Executive pay regulation is just another in a string of political decisions that have little to do with helping the ailing economy but everything to do with furthering the political ends of the American Left. It is really little more than a ham-handed populist tactic designed to garner support among an increasingly unhappy citizenry for Obama’s big government policies, a way for him and legislators like Barney Frank to be able to identify with the proverbial “little guy.” Of course, Obama and company will argue that they are doing the Lord’s work and that everyone has to sacrifice. All he wants to do is narrow the gap between the workers and the executives and since he can’t raise the workers up, he will push the executives down.
So, to recap, corporate greed as typified by high executive pay—not a long string of harebrain political decisions—damaged the economy. Lowering that pay across the private sector is good because it will A) Save the economy; and B) Narrow the gap between the executives and the janitors. Well, if all that is true and righteous, then there should be no problem whatsoever in following the advice of the Workforce Fairness Institute: Apply the same caps to the executives of the labor unions. In a story by Amanda Carpenter for The Washington Times, we learn that a 2008 Hudson Institute study that suggests unions have short-changed benefits for their rank and file in favor or generous executive compensation packages and to pad the coffers of their political allies, who are mostly Democrats.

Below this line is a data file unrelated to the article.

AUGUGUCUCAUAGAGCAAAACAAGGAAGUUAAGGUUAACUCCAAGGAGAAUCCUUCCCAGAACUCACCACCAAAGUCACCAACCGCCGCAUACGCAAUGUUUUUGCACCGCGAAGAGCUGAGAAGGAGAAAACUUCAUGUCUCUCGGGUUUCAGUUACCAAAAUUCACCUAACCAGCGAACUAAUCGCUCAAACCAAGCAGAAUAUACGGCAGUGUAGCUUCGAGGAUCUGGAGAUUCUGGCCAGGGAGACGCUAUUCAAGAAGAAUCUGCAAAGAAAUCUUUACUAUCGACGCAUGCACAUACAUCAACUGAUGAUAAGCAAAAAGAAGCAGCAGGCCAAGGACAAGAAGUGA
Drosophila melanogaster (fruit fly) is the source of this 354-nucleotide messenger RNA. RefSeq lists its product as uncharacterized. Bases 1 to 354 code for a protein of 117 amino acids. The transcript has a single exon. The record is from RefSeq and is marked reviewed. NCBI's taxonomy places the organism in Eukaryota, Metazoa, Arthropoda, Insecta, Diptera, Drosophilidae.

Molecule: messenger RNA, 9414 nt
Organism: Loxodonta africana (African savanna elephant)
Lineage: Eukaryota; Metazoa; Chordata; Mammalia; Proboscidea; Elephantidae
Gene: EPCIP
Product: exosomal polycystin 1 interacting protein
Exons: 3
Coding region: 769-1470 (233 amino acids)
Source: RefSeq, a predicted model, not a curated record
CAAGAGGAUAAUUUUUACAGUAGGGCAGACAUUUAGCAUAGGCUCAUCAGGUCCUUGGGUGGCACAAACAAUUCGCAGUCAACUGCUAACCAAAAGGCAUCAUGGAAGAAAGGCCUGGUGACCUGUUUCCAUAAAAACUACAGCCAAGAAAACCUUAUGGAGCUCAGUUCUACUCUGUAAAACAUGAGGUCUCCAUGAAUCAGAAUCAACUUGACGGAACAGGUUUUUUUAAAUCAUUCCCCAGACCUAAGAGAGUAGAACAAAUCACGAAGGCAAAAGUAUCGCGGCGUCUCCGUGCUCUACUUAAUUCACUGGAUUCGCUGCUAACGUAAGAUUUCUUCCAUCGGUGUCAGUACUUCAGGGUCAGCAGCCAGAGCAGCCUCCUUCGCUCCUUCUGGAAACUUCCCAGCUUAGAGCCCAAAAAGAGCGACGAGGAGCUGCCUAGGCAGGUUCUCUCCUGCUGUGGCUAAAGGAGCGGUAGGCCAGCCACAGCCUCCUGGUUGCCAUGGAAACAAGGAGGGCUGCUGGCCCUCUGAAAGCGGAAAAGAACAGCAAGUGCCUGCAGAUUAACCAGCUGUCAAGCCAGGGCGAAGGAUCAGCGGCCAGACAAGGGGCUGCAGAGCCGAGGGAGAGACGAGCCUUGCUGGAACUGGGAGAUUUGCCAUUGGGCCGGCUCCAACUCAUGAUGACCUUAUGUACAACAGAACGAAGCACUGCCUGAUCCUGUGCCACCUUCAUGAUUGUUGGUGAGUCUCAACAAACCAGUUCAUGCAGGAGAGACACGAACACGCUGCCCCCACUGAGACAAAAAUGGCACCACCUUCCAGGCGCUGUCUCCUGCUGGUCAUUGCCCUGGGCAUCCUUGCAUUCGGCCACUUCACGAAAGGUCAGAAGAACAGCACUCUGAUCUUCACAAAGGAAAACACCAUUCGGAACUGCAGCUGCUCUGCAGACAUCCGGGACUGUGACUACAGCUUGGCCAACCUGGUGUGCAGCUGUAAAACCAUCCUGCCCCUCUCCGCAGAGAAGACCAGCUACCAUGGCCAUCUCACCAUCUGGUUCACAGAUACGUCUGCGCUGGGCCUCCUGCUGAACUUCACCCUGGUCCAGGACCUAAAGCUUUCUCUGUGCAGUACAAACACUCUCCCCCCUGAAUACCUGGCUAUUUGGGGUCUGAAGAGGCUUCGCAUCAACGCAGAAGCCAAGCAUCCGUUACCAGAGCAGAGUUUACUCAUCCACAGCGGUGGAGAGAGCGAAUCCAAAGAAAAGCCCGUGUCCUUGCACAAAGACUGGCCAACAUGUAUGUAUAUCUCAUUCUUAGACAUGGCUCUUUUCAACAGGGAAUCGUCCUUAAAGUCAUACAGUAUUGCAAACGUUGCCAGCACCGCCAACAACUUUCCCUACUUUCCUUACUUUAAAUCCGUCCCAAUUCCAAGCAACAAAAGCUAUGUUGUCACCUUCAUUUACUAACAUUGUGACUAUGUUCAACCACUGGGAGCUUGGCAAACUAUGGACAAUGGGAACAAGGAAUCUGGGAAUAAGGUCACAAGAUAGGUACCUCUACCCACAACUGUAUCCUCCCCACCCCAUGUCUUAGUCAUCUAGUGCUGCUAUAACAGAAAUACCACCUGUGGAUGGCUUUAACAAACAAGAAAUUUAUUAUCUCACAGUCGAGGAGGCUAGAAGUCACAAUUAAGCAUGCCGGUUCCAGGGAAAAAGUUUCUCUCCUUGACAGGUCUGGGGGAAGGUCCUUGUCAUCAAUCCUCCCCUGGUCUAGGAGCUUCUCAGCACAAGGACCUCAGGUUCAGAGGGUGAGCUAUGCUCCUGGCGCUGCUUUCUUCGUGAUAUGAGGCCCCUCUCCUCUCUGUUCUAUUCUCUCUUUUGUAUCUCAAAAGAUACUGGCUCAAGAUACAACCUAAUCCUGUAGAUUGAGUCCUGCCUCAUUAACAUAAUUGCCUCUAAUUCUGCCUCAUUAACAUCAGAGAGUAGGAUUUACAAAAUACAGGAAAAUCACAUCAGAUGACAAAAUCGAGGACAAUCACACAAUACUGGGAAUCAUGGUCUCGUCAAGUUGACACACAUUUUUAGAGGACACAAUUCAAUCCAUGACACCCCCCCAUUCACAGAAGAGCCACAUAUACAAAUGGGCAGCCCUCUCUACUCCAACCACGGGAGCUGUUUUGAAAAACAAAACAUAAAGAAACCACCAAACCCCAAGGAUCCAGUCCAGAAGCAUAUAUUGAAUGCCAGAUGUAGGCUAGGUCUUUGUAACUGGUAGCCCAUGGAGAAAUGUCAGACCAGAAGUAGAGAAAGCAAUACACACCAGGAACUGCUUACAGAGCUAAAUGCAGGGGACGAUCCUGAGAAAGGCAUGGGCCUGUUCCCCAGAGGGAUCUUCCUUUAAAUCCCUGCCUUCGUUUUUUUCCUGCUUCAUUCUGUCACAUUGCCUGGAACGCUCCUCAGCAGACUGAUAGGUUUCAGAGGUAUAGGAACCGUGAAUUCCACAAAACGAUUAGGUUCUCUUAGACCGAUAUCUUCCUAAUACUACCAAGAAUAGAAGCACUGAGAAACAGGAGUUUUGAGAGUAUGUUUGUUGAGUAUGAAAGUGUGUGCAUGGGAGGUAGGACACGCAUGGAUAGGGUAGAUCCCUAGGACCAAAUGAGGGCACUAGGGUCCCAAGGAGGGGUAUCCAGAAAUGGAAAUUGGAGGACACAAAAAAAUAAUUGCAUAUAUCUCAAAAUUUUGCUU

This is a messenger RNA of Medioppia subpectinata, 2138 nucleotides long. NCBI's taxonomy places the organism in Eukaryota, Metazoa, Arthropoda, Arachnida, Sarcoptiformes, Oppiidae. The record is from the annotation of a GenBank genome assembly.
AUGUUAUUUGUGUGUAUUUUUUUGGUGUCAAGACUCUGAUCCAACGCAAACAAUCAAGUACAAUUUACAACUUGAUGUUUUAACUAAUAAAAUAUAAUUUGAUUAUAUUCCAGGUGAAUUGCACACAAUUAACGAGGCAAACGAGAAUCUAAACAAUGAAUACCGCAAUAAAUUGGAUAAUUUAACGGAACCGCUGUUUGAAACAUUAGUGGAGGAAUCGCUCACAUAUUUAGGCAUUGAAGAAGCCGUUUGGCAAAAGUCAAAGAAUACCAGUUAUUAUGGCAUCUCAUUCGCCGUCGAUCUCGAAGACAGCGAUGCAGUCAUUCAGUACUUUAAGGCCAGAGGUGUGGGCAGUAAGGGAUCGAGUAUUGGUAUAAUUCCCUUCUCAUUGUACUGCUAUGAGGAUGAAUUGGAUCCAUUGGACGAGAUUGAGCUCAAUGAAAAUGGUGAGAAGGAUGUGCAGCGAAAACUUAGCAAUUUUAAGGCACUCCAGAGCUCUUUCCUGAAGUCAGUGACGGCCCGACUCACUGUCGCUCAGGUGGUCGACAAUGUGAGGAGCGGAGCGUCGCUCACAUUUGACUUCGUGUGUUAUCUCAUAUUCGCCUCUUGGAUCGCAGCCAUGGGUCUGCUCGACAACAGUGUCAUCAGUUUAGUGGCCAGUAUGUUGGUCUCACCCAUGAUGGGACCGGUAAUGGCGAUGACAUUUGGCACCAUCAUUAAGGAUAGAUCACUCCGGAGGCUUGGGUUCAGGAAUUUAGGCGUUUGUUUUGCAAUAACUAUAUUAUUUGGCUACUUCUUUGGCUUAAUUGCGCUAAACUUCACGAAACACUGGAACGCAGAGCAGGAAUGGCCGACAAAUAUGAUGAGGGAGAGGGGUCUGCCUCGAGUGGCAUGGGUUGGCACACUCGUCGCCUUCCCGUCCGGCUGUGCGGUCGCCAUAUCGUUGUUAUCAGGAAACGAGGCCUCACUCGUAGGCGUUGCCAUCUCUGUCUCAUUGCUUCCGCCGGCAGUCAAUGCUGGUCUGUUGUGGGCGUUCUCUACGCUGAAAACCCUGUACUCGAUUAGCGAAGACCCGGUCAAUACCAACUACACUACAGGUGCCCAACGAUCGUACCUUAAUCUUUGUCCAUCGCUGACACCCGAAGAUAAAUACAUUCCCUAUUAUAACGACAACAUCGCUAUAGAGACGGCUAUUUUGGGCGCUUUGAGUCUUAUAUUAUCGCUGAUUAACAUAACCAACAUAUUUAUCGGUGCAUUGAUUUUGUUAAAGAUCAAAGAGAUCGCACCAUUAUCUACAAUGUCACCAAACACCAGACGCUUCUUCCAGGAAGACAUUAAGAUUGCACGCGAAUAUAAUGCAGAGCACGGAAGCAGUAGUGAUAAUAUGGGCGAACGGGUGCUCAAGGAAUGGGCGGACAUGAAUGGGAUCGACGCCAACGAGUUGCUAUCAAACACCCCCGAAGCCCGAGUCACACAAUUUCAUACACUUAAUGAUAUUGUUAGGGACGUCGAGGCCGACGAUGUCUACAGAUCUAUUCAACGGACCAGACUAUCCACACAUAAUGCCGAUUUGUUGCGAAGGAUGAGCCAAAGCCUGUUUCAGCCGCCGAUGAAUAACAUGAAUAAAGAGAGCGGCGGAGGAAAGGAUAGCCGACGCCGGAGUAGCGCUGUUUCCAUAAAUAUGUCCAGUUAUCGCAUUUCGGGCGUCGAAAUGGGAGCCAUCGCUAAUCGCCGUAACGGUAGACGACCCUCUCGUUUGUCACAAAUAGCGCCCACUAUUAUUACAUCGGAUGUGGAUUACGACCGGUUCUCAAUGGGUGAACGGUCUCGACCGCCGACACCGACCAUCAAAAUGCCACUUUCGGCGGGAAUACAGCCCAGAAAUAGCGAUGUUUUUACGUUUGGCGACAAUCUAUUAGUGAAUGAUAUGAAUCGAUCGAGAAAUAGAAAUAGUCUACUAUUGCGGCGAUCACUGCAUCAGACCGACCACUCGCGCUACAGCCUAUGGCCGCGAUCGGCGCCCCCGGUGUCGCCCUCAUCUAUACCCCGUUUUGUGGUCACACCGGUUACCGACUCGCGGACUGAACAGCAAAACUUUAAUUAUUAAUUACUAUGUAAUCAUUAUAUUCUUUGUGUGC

According to the study cited in the article, the 21 largest unions’ pension plans had less than 70% of the funding needed to meet their obligations, and none were fully funded. Seven were less than 65% funded. Yet, in spite of this, 23 officer and staff funds from the same unions were 88.2% funded. Seven were fully funded plans and another 13 were at least 80% funded. Isn’t this the same sort of financial malfeasance and gross underperformance that has corporate executives under attack? Where is the outrage in Washington over how the “little guy” is being cheated by the “fat cats”?
The Bottom Line
It is not there, union bosses are above reproach these days since no one in the current government is going to go after their benefactors in the labor movement. This is more than mere politics; however, it is damning proof that the executive pay cap issue is nothing more than an unconstitutional ploy to win some votes and initiate some of the Left’s long sought after social change by vilifying a certain group of people in the finest Saul Alinsky tradition. Seeing that this is a recipe for disaster, Representative Tom Price of Georgia, chairman of the Republican Study Committee, summed it up perfectly: "The president cannot continue his heavy-handed meddling in the private sector and expect it to function, much less flourish."